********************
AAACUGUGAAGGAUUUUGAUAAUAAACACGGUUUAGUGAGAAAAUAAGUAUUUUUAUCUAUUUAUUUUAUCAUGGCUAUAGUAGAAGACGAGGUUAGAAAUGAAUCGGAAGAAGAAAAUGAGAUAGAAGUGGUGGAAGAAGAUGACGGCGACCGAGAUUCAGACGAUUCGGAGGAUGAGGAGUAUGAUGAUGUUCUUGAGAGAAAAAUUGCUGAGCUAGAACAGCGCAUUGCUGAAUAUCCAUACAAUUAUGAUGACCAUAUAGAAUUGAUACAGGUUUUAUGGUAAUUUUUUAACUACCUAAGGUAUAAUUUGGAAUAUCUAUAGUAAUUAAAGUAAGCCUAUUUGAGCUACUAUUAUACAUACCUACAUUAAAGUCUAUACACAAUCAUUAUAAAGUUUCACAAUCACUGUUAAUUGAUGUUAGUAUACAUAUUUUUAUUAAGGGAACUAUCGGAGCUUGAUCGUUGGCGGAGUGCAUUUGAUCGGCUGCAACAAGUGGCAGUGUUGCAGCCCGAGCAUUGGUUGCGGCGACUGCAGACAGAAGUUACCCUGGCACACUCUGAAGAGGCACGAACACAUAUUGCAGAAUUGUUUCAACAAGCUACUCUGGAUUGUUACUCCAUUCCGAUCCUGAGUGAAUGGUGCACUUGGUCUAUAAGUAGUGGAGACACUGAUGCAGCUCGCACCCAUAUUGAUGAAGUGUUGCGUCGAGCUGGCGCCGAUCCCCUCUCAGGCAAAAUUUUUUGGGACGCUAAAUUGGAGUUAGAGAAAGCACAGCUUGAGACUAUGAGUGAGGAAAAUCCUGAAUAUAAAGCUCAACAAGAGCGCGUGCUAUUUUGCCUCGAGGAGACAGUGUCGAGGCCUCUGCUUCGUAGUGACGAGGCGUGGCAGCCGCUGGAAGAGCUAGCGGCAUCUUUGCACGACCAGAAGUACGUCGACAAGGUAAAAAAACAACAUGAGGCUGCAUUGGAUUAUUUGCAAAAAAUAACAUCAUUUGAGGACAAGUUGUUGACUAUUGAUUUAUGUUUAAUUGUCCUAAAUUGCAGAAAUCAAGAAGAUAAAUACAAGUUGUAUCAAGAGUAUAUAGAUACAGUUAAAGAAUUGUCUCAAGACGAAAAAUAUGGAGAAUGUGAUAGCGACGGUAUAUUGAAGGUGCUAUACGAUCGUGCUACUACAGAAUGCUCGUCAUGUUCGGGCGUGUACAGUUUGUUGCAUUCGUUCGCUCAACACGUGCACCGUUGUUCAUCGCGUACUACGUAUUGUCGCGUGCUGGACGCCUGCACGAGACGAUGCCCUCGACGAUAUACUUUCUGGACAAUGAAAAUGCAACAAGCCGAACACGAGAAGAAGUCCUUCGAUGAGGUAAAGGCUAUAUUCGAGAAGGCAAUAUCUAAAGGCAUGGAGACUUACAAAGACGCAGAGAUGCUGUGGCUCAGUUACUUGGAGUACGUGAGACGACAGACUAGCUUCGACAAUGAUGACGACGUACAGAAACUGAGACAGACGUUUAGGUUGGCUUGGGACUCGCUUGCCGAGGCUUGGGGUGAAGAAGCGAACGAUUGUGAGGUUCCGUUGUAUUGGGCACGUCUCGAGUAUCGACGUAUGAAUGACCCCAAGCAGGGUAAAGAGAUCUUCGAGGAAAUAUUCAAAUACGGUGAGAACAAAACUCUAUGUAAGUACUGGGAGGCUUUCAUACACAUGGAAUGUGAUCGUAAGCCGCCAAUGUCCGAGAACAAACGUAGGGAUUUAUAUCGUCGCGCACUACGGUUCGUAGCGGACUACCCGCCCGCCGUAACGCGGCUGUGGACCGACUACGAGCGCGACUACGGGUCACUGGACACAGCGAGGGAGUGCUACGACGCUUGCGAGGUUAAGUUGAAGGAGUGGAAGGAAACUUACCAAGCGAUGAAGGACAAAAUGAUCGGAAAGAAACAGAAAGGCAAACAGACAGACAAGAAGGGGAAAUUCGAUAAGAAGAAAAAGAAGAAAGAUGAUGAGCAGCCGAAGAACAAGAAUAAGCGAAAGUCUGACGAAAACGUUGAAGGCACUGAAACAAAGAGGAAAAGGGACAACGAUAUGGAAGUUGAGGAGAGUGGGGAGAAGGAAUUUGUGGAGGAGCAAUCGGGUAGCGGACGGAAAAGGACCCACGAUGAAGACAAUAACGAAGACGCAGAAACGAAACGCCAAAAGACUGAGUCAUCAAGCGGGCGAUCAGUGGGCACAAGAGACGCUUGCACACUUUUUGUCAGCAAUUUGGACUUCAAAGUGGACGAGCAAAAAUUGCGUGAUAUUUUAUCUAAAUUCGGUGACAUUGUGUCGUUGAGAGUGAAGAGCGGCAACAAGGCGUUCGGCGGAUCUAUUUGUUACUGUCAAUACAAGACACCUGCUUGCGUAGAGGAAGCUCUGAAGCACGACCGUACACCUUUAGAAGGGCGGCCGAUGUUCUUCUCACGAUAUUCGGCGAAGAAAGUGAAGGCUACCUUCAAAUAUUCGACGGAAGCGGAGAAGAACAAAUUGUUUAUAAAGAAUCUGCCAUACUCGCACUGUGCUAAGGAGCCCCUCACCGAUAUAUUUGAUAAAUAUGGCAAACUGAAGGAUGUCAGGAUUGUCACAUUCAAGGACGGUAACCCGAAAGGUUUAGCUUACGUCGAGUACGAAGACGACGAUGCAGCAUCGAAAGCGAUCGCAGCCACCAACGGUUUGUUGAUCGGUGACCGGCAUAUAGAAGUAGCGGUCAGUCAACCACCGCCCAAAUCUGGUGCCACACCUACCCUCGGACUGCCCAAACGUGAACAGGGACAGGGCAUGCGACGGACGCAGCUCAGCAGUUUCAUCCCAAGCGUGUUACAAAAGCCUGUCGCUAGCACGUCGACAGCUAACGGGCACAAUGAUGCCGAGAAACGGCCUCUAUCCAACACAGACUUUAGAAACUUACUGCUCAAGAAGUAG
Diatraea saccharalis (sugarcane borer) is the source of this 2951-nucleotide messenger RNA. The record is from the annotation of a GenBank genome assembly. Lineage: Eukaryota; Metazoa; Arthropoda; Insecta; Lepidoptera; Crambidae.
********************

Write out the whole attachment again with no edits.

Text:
AAACUGUGAAGGAUUUUGAUAAUAAACACGGUUUAGUGAGAAAAUAAGUAUUUUUAUCUAUUUAUUUUAUCAUGGCUAUAGUAGAAGACGAGGUUAGAAAUGAAUCGGAAGAAGAAAAUGAGAUAGAAGUGGUGGAAGAAGAUGACGGCGACCGAGAUUCAGACGAUUCGGAGGAUGAGGAGUAUGAUGAUGUUCUUGAGAGAAAAAUUGCUGAGCUAGAACAGCGCAUUGCUGAAUAUCCAUACAAUUAUGAUGACCAUAUAGAAUUGAUACAGGUUUUAUGGUAAUUUUUUAACUACCUAAGGUAUAAUUUGGAAUAUCUAUAGUAAUUAAAGUAAGCCUAUUUGAGCUACUAUUAUACAUACCUACAUUAAAGUCUAUACACAAUCAUUAUAAAGUUUCACAAUCACUGUUAAUUGAUGUUAGUAUACAUAUUUUUAUUAAGGGAACUAUCGGAGCUUGAUCGUUGGCGGAGUGCAUUUGAUCGGCUGCAACAAGUGGCAGUGUUGCAGCCCGAGCAUUGGUUGCGGCGACUGCAGACAGAAGUUACCCUGGCACACUCUGAAGAGGCACGAACACAUAUUGCAGAAUUGUUUCAACAAGCUACUCUGGAUUGUUACUCCAUUCCGAUCCUGAGUGAAUGGUGCACUUGGUCUAUAAGUAGUGGAGACACUGAUGCAGCUCGCACCCAUAUUGAUGAAGUGUUGCGUCGAGCUGGCGCCGAUCCCCUCUCAGGCAAAAUUUUUUGGGACGCUAAAUUGGAGUUAGAGAAAGCACAGCUUGAGACUAUGAGUGAGGAAAAUCCUGAAUAUAAAGCUCAACAAGAGCGCGUGCUAUUUUGCCUCGAGGAGACAGUGUCGAGGCCUCUGCUUCGUAGUGACGAGGCGUGGCAGCCGCUGGAAGAGCUAGCGGCAUCUUUGCACGACCAGAAGUACGUCGACAAGGUAAAAAAACAACAUGAGGCUGCAUUGGAUUAUUUGCAAAAAAUAACAUCAUUUGAGGACAAGUUGUUGACUAUUGAUUUAUGUUUAAUUGUCCUAAAUUGCAGAAAUCAAGAAGAUAAAUACAAGUUGUAUCAAGAGUAUAUAGAUACAGUUAAAGAAUUGUCUCAAGACGAAAAAUAUGGAGAAUGUGAUAGCGACGGUAUAUUGAAGGUGCUAUACGAUCGUGCUACUACAGAAUGCUCGUCAUGUUCGGGCGUGUACAGUUUGUUGCAUUCGUUCGCUCAACACGUGCACCGUUGUUCAUCGCGUACUACGUAUUGUCGCGUGCUGGACGCCUGCACGAGACGAUGCCCUCGACGAUAUACUUUCUGGACAAUGAAAAUGCAACAAGCCGAACACGAGAAGAAGUCCUUCGAUGAGGUAAAGGCUAUAUUCGAGAAGGCAAUAUCUAAAGGCAUGGAGACUUACAAAGACGCAGAGAUGCUGUGGCUCAGUUACUUGGAGUACGUGAGACGACAGACUAGCUUCGACAAUGAUGACGACGUACAGAAACUGAGACAGACGUUUAGGUUGGCUUGGGACUCGCUUGCCGAGGCUUGGGGUGAAGAAGCGAACGAUUGUGAGGUUCCGUUGUAUUGGGCACGUCUCGAGUAUCGACGUAUGAAUGACCCCAAGCAGGGUAAAGAGAUCUUCGAGGAAAUAUUCAAAUACGGUGAGAACAAAACUCUAUGUAAGUACUGGGAGGCUUUCAUACACAUGGAAUGUGAUCGUAAGCCGCCAAUGUCCGAGAACAAACGUAGGGAUUUAUAUCGUCGCGCACUACGGUUCGUAGCGGACUACCCGCCCGCCGUAACGCGGCUGUGGACCGACUACGAGCGCGACUACGGGUCACUGGACACAGCGAGGGAGUGCUACGACGCUUGCGAGGUUAAGUUGAAGGAGUGGAAGGAAACUUACCAAGCGAUGAAGGACAAAAUGAUCGGAAAGAAACAGAAAGGCAAACAGACAGACAAGAAGGGGAAAUUCGAUAAGAAGAAAAAGAAGAAAGAUGAUGAGCAGCCGAAGAACAAGAAUAAGCGAAAGUCUGACGAAAACGUUGAAGGCACUGAAACAAAGAGGAAAAGGGACAACGAUAUGGAAGUUGAGGAGAGUGGGGAGAAGGAAUUUGUGGAGGAGCAAUCGGGUAGCGGACGGAAAAGGACCCACGAUGAAGACAAUAACGAAGACGCAGAAACGAAACGCCAAAAGACUGAGUCAUCAAGCGGGCGAUCAGUGGGCACAAGAGACGCUUGCACACUUUUUGUCAGCAAUUUGGACUUCAAAGUGGACGAGCAAAAAUUGCGUGAUAUUUUAUCUAAAUUCGGUGACAUUGUGUCGUUGAGAGUGAAGAGCGGCAACAAGGCGUUCGGCGGAUCUAUUUGUUACUGUCAAUACAAGACACCUGCUUGCGUAGAGGAAGCUCUGAAGCACGACCGUACACCUUUAGAAGGGCGGCCGAUGUUCUUCUCACGAUAUUCGGCGAAGAAAGUGAAGGCUACCUUCAAAUAUUCGACGGAAGCGGAGAAGAACAAAUUGUUUAUAAAGAAUCUGCCAUACUCGCACUGUGCUAAGGAGCCCCUCACCGAUAUAUUUGAUAAAUAUGGCAAACUGAAGGAUGUCAGGAUUGUCACAUUCAAGGACGGUAACCCGAAAGGUUUAGCUUACGUCGAGUACGAAGACGACGAUGCAGCAUCGAAAGCGAUCGCAGCCACCAACGGUUUGUUGAUCGGUGACCGGCAUAUAGAAGUAGCGGUCAGUCAACCACCGCCCAAAUCUGGUGCCACACCUACCCUCGGACUGCCCAAACGUGAACAGGGACAGGGCAUGCGACGGACGCAGCUCAGCAGUUUCAUCCCAAGCGUGUUACAAAAGCCUGUCGCUAGCACGUCGACAGCUAACGGGCACAAUGAUGCCGAGAAACGGCCUCUAUCCAACACAGACUUUAGAAACUUACUGCUCAAGAAGUAG
Diatraea saccharalis (sugarcane borer) is the source of this 2951-nucleotide messenger RNA. The record is from the annotation of a GenBank genome assembly. Lineage: Eukaryota; Metazoa; Arthropoda; Insecta; Lepidoptera; Crambidae.